Accepted paper:

Determinants of nutrition-deficient anaemia of adult Indian men

Authors:

Premananda Bharati (Indian Statistical Institute)

Paper short abstract:

Anaemia is one of the major leading nutrition deficient problems in India.The main objective of the study is to see the distribution pattern of nutrition deficient anaemia in all the zones and states of India.The data show that the lowest prevalent anaemic zone is south zone and the highest anaemic zone is east zone in India. Regarding impact of socio-economic variables on anaemia, the adverse groups are in rural residence, with low education, among agriculture labours, with less reach to media and among the poorest of the poor classes. Regression analysis also confirms the same with differential levels of significance.

Paper long abstract:

Anaemia is one of the major leading nutrition deficient problems in India. Here the main objective of the study is to see the distribution pattern of nutrition deficient anaemia in all the zones and states of India as well as its prevalence through gender differences. The other area of the study is to see association between degree of prevalence with different socio-economic variables. For this study, we considered the all India NFHS-3 data. Here the sample consists of 64226 males of age 15-54 years. Socio-economic variables are age groups, place of residence, religion, education, occupation, impact of media, and wealth index The data show that the lowest prevalent anaemic zone is south zone and the highest anaemic zone is east zone in India. There is a great interstate variation allover the states of India and it is highly statistically significant. Women are one and half times more anaemic than adult men in India. Regarding impact of socio-economic variables on anaemia, the adverse groups are in rural residence, with low education, among agriculture labours, with less reach to media and among the poorest of the poor classes. Regression analysis also confirms the same with differential levels of significance.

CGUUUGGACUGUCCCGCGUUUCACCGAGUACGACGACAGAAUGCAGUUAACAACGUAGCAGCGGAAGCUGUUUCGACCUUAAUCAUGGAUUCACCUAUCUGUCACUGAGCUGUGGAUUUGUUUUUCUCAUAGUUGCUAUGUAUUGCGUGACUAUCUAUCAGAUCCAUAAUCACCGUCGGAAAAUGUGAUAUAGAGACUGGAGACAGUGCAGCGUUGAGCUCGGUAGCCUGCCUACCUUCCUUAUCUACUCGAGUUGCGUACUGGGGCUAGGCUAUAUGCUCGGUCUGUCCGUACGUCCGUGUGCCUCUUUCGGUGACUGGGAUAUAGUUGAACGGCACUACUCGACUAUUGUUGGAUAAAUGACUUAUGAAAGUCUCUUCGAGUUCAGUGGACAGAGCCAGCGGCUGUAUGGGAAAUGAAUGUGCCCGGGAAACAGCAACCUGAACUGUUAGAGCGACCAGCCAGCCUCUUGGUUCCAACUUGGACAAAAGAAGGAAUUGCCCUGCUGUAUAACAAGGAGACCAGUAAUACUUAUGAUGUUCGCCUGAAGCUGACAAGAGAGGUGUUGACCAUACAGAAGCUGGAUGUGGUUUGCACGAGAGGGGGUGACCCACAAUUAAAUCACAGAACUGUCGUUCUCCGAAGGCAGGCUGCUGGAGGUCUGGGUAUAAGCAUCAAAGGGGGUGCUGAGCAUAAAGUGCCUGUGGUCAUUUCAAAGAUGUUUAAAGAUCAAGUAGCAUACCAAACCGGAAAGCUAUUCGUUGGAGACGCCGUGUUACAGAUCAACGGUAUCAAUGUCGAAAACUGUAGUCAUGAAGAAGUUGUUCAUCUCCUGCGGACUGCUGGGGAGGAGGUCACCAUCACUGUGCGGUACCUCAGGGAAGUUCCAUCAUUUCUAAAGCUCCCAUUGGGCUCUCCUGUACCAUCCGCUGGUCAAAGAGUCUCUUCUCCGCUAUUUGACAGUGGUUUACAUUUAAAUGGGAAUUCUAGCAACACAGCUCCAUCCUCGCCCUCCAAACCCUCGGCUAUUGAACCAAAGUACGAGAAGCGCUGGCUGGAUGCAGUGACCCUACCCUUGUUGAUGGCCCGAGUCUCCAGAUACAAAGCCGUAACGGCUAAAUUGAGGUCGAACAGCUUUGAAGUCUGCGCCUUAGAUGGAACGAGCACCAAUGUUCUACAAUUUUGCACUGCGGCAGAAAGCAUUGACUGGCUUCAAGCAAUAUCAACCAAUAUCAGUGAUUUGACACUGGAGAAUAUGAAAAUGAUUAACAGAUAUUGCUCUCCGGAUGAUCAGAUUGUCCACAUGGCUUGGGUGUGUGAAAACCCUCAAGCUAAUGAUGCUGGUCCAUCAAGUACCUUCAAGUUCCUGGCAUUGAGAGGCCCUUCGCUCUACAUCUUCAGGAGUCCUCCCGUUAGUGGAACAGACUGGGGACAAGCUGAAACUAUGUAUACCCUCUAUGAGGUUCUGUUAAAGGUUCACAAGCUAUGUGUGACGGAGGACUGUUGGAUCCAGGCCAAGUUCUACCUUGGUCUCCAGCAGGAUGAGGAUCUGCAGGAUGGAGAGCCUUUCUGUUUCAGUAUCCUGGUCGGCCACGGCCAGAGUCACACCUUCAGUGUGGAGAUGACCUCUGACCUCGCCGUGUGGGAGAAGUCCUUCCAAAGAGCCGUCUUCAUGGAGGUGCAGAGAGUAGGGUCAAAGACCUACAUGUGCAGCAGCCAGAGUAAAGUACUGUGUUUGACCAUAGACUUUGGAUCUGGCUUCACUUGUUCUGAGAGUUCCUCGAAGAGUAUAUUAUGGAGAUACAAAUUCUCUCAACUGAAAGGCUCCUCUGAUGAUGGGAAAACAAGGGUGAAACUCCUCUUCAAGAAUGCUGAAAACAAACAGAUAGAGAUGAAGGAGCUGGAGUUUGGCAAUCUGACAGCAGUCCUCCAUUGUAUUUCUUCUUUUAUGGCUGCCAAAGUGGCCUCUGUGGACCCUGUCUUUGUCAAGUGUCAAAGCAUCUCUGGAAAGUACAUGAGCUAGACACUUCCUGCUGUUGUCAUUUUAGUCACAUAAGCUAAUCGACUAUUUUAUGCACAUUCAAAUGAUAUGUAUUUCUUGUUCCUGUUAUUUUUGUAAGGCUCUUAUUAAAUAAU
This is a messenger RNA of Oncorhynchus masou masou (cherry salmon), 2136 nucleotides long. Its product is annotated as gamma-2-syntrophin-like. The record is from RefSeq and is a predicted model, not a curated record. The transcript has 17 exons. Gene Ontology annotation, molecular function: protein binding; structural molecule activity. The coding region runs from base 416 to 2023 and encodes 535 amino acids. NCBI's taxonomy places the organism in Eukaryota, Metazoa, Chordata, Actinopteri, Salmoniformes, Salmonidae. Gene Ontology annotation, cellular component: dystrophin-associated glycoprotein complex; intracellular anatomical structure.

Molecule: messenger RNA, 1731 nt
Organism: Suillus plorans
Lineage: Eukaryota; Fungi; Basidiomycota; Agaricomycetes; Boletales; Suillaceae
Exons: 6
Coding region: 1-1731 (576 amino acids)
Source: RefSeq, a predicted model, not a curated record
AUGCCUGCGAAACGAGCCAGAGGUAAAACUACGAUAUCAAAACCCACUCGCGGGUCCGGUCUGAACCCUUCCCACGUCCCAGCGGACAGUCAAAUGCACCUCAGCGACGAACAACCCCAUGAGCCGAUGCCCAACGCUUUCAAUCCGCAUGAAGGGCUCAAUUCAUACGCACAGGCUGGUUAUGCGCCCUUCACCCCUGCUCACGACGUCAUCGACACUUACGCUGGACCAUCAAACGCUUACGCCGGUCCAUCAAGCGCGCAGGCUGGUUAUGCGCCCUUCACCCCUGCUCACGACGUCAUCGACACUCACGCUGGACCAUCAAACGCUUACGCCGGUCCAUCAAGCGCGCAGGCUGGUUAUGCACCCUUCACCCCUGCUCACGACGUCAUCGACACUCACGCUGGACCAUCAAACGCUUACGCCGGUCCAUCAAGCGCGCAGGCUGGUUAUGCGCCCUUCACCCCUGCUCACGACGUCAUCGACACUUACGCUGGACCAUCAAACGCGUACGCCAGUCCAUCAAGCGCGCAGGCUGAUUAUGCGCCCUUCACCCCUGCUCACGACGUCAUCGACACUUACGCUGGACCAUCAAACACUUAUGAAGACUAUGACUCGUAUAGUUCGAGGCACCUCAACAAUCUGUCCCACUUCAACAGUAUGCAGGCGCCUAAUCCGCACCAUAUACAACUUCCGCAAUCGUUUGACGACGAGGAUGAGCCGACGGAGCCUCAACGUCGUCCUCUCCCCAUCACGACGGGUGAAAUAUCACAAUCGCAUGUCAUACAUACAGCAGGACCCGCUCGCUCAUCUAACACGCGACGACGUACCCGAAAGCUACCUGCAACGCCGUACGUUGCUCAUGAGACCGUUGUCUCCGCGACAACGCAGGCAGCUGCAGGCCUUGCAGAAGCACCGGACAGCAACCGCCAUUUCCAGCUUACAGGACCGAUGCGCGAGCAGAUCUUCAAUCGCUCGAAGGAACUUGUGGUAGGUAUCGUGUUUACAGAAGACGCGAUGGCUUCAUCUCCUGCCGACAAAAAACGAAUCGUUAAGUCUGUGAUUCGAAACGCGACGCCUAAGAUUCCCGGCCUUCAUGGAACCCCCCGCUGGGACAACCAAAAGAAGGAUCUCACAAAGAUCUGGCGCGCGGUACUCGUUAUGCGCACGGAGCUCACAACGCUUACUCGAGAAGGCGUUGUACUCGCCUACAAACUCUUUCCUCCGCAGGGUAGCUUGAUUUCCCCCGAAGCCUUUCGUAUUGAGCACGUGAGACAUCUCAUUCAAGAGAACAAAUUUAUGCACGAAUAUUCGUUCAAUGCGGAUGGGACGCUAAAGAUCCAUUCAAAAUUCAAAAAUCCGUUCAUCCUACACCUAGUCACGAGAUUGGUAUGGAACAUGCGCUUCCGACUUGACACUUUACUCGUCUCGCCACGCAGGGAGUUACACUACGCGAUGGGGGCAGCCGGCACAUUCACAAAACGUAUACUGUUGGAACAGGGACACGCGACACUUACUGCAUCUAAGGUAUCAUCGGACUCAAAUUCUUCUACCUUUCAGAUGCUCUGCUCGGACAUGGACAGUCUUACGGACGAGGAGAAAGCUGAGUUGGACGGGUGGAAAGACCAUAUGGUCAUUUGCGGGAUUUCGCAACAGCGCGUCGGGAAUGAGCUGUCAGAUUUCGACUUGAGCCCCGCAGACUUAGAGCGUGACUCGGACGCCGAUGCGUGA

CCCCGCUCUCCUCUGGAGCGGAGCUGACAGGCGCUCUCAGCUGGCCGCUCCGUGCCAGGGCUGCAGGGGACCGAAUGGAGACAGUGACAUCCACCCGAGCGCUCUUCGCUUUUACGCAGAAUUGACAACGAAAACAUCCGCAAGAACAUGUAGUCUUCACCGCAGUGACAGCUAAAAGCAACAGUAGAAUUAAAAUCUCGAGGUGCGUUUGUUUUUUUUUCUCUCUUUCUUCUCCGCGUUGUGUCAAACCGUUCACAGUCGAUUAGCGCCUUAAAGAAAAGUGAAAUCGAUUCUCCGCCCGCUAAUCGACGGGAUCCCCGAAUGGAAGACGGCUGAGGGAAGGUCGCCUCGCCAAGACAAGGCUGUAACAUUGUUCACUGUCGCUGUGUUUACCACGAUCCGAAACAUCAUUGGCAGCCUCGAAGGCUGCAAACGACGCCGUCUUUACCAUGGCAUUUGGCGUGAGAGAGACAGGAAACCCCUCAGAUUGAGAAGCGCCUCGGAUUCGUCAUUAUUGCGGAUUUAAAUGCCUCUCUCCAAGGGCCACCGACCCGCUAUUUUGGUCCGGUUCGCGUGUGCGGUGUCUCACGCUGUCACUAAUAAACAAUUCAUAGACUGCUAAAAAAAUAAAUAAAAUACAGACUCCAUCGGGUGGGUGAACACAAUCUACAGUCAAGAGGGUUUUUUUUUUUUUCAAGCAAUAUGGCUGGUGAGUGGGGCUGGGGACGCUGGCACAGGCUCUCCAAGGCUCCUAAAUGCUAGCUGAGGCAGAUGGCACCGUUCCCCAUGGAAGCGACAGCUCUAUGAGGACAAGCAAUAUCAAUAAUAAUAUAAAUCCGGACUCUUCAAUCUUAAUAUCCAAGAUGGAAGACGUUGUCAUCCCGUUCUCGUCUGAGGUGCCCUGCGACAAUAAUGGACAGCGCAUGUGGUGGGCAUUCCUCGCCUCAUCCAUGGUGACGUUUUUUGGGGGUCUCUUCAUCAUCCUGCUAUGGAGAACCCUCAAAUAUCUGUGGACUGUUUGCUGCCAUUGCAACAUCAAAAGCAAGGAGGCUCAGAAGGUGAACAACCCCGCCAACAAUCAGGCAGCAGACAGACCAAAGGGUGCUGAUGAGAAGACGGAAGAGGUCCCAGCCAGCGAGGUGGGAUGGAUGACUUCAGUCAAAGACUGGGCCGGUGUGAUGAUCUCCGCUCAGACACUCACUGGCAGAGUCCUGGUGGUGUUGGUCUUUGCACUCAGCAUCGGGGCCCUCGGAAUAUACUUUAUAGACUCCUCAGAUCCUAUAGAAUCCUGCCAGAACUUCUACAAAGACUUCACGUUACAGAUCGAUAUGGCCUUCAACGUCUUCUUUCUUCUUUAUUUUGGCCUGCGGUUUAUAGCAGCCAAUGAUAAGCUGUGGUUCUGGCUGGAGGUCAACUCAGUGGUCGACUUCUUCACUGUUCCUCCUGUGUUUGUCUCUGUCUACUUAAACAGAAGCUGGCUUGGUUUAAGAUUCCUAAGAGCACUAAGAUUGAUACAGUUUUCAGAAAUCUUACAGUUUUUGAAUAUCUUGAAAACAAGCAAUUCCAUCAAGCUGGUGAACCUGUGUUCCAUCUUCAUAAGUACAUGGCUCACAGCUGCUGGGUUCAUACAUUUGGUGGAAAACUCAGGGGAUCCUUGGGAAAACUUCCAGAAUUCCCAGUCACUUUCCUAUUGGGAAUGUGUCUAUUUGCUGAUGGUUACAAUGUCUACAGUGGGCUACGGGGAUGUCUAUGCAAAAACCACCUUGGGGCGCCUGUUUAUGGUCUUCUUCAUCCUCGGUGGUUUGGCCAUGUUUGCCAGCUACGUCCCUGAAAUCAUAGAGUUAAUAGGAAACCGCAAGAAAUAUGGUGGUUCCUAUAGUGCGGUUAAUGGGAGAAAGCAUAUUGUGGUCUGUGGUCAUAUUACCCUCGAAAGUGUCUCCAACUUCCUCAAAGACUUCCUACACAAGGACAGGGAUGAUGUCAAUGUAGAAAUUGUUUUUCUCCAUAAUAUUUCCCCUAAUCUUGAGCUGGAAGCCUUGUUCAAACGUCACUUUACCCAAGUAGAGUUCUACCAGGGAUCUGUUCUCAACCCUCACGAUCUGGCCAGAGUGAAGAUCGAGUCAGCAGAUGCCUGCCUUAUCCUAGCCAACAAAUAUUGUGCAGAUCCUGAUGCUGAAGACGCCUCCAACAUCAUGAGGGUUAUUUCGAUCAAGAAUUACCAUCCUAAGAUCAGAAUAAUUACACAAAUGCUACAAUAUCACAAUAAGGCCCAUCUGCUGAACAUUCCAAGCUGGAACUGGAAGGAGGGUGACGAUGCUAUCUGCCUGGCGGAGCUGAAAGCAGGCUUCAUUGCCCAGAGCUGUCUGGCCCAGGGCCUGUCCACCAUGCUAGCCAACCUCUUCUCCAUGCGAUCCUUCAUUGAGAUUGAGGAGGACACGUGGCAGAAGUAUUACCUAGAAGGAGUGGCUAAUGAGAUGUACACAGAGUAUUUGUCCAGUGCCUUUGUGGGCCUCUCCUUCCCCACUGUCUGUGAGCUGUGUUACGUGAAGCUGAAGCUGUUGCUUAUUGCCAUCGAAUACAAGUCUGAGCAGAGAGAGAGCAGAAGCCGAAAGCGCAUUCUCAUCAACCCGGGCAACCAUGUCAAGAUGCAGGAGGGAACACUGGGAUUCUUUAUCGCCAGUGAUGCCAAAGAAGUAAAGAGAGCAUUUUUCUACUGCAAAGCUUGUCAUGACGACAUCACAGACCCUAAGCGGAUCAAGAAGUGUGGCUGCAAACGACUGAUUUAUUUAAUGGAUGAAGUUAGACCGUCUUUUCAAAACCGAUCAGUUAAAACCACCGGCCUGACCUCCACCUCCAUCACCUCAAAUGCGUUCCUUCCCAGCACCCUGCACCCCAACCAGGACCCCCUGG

panel BH01
Health, nutrition and physical growth in developing nations